June 9, 2016

What More Can Congress Do to Combat Violent Extremism?

By Amanda Boyce

At the front lines in the battle against violent extremism, U.S. Africa Command – AFRICOM – recently sought to transfer funds to USAID for community-led violence prevention programs in Niger, only to be told that it lacked the authority to do so. Transfer authority would have to come from Congress.

Most observers, including Admiral James Stavridis and General John Allenagree that combating violent extremism must include what the military calls “kinetic” tools targeting insurgents alongside the “non-kinetic” tools of diplomacy and development to counter radicalization and promote stability in weak and fragile states.

The Commander of AFRICOM, General David Rodriguez, recently said in response to a question about his request for Niger, “If efforts are to be successful, the DOD must have the flexibility to transfer funds between agencies and collaborate on holistic responses to counter current and emerging threats.” And retired General John Allen said recently about ISIS and violent extremism, “Solutions are long-term. And they must transcend the use of military force… The instrument of American power best suited to the long-term solution of this crisis is American diplomacy.”

While this is a complex issue that requires attention by the Administration and Congress, one of the challenges is that DOD and State/USAID have their budgets overseen and approved by different committees in Congress – making coordination of resources and strategy more difficult. The appropriations process and the need for the Administration to seek congressional approval to shift or reallocate funds for unanticipated threats can often hamper the need to be agile in confronting emerging challenges.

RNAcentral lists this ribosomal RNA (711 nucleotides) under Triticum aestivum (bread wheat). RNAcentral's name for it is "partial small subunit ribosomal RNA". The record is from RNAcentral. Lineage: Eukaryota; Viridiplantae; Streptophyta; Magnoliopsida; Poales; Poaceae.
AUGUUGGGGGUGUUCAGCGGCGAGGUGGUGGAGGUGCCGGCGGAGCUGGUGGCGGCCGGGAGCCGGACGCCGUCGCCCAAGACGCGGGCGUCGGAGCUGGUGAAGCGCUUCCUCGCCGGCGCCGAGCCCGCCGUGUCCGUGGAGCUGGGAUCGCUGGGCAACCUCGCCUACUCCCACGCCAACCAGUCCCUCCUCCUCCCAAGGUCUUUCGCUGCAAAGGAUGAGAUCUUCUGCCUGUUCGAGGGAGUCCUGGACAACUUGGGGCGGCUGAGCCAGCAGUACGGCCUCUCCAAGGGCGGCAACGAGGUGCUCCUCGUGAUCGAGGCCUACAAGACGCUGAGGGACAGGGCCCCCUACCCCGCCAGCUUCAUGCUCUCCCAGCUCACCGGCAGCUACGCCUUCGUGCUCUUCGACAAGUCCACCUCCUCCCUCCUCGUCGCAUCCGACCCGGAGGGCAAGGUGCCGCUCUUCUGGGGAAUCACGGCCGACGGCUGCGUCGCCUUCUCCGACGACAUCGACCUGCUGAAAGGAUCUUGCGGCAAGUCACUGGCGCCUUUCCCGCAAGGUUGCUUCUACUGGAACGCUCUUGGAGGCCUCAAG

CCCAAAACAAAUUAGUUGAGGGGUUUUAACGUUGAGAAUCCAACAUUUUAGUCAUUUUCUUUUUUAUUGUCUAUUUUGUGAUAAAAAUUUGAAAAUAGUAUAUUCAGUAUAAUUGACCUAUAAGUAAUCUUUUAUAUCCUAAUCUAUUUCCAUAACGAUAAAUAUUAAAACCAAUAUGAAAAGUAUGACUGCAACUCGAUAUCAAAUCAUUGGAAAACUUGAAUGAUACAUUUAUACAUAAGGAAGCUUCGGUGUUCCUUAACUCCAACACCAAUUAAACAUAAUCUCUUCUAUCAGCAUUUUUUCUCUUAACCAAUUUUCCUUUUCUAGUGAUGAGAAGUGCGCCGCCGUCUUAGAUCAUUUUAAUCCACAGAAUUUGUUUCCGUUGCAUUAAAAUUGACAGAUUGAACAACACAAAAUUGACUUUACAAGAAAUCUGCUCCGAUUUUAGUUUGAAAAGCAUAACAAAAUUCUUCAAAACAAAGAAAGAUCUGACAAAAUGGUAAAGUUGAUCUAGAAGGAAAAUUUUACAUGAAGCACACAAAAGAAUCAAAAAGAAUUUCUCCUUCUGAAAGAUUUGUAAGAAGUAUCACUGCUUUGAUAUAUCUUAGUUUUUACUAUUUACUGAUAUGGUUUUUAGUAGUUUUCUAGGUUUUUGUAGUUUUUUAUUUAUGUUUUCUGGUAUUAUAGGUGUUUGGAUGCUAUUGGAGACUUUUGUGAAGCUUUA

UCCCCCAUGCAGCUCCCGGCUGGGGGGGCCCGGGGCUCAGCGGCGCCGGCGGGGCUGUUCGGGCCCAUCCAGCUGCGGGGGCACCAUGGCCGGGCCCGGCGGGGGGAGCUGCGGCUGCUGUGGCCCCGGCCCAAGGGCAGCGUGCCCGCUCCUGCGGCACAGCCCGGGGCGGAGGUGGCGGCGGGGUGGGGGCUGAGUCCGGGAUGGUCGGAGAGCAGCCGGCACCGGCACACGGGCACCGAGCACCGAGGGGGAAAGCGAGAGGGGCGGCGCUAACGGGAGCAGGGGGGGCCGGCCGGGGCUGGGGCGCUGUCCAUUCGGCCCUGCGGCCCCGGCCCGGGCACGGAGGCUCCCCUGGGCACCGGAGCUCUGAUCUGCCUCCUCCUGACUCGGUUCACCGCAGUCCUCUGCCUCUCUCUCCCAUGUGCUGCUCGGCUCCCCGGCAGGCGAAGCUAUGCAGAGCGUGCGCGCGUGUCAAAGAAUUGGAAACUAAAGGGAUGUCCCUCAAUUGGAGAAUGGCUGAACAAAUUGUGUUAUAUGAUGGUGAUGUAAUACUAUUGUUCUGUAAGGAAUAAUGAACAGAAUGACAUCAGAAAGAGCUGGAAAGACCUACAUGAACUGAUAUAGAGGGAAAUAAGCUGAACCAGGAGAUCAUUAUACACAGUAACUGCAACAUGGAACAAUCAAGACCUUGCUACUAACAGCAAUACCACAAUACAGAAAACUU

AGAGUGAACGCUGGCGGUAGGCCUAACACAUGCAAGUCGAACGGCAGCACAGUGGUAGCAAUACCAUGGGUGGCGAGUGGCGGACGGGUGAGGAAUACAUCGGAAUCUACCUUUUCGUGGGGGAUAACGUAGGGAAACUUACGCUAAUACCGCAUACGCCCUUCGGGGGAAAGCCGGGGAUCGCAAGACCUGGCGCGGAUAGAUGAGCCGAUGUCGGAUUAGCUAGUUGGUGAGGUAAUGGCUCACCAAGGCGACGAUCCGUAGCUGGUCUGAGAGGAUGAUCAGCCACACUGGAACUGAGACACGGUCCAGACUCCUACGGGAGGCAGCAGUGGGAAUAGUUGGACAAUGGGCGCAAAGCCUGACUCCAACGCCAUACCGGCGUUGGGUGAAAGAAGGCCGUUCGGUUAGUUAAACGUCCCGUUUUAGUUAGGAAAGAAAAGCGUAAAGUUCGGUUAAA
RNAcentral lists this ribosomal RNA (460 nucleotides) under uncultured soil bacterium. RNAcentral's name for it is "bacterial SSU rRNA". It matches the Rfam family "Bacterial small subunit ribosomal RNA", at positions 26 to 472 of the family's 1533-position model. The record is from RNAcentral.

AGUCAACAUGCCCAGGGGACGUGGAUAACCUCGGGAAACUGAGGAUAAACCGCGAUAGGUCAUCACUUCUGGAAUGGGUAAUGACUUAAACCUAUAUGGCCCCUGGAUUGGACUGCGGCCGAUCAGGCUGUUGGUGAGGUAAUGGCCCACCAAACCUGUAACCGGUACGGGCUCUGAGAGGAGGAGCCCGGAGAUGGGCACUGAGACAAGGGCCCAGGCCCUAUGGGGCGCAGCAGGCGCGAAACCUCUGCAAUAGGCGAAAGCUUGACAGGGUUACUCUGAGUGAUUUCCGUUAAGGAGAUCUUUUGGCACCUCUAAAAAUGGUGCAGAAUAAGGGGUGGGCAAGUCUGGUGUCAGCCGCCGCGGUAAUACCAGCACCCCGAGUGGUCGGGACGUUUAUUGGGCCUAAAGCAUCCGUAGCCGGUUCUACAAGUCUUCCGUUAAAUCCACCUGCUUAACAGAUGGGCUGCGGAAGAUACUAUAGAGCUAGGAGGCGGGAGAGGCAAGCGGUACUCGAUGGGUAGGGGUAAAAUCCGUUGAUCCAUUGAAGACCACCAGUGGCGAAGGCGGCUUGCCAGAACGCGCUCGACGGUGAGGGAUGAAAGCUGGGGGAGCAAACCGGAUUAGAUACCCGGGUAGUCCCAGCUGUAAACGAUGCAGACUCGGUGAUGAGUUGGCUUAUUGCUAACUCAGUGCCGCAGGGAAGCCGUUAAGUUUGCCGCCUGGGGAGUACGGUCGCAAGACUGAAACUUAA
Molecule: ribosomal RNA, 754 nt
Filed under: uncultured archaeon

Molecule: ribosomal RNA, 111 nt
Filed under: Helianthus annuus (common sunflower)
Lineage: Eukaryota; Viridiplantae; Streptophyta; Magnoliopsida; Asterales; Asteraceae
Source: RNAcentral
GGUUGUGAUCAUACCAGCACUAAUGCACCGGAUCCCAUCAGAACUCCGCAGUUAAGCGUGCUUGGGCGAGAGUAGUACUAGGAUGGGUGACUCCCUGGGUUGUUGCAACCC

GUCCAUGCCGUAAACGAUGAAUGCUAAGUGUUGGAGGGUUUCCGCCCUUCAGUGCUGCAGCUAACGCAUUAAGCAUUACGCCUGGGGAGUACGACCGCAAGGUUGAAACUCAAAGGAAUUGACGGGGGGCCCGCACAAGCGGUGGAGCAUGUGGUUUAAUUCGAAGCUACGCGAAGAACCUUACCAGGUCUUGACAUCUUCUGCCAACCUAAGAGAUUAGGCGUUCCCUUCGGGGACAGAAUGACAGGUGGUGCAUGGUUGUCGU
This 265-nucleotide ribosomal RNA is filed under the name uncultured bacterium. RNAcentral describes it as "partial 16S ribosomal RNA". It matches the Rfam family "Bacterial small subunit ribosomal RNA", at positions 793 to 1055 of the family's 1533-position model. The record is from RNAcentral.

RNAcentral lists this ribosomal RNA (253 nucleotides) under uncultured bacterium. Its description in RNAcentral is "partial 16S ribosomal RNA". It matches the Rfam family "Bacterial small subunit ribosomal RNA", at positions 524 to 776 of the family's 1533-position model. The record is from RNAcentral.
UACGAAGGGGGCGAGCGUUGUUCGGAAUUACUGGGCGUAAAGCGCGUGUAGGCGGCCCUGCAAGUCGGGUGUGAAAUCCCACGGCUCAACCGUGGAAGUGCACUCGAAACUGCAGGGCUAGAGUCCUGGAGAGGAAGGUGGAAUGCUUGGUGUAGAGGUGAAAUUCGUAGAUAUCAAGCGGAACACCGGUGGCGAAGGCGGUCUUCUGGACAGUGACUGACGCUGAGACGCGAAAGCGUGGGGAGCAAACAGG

Moreover, while the Department of Defense is authorized each year through the National Defense Authorization Act (NDAA), which provides for the opportunity to grant new authorities and flexibility to respond to threats, foreign assistance has not been reauthorized since the 1970s making it difficult for the civilian portion of our response to extremism to be as nimble as its military counterparts.

These are not new challenges. Beginning in the Bush Administration and continuing in the Obama Administration, the Secretaries of Defense and State have sought greater coordination, even at times jointly testifying before Congress on matters of national security. Secretary of State Hillary Clinton, Secretary of Defense Bob Gates, and Chairman of the Joint Chiefs Admiral Mike Mullen all endorsed a “unified national security budget” to be overseen by the respective committees, but long-standing committee structures make it difficult for such a budget structure to exist beyond the administration’s initial proposal each year.

A step in this direction was made in 2006 when Congress authorized Section 1207 of the National Defense Authorization Act which allowed the transfer of up to $100 million in DOD funds to the Department of State for stabilization and reconstruction in Afghanistan and Iraq (authority which has since expired). Secretary Gates tried to institutionalize this model in 2010, saying our national security goals “require flexible, responsive tools that provide incentives for [interagency] cooperation” and proposed “pooled funds” for DOD and State. And in 2011, the Complex Crises Fund was established for stabilization efforts but only with an initial level of $50 million that has since dropped to $10 million in FY2016.

New ideas have recently been floated in Congress to address the issue of coordination. Rep. Seth Moulton (D-MA) won agreement on an amendment to the House NDAA to increase coordination between DOD and State by requiring that the respective Secretaries jointly submit a semiannual report on the political and military strategies to defeat ISIS. On the other side of the Capitol, Senator Tim Kaine (D-VA) has taken up this issue as well and is seeking authority through the Senate NDAA for DOD to transfer funds to State and USAID for the purpose of preventing violent extremism. Other members such as Rep. Tim Walz (D-MN) are working with colleagues to ensure a flexible and whole-of-government approach to countering violent extremism.

While Congressional action this year is a positive step in the right direction, strengthening coordination and greater flexibility in the fight against violent extremism are issues that the next Commander-in-Chief will confront. Whoever that may be, they will need to work with Congress to ensure our tools of national security are robust and nimble enough to protect and advance America’s security interests.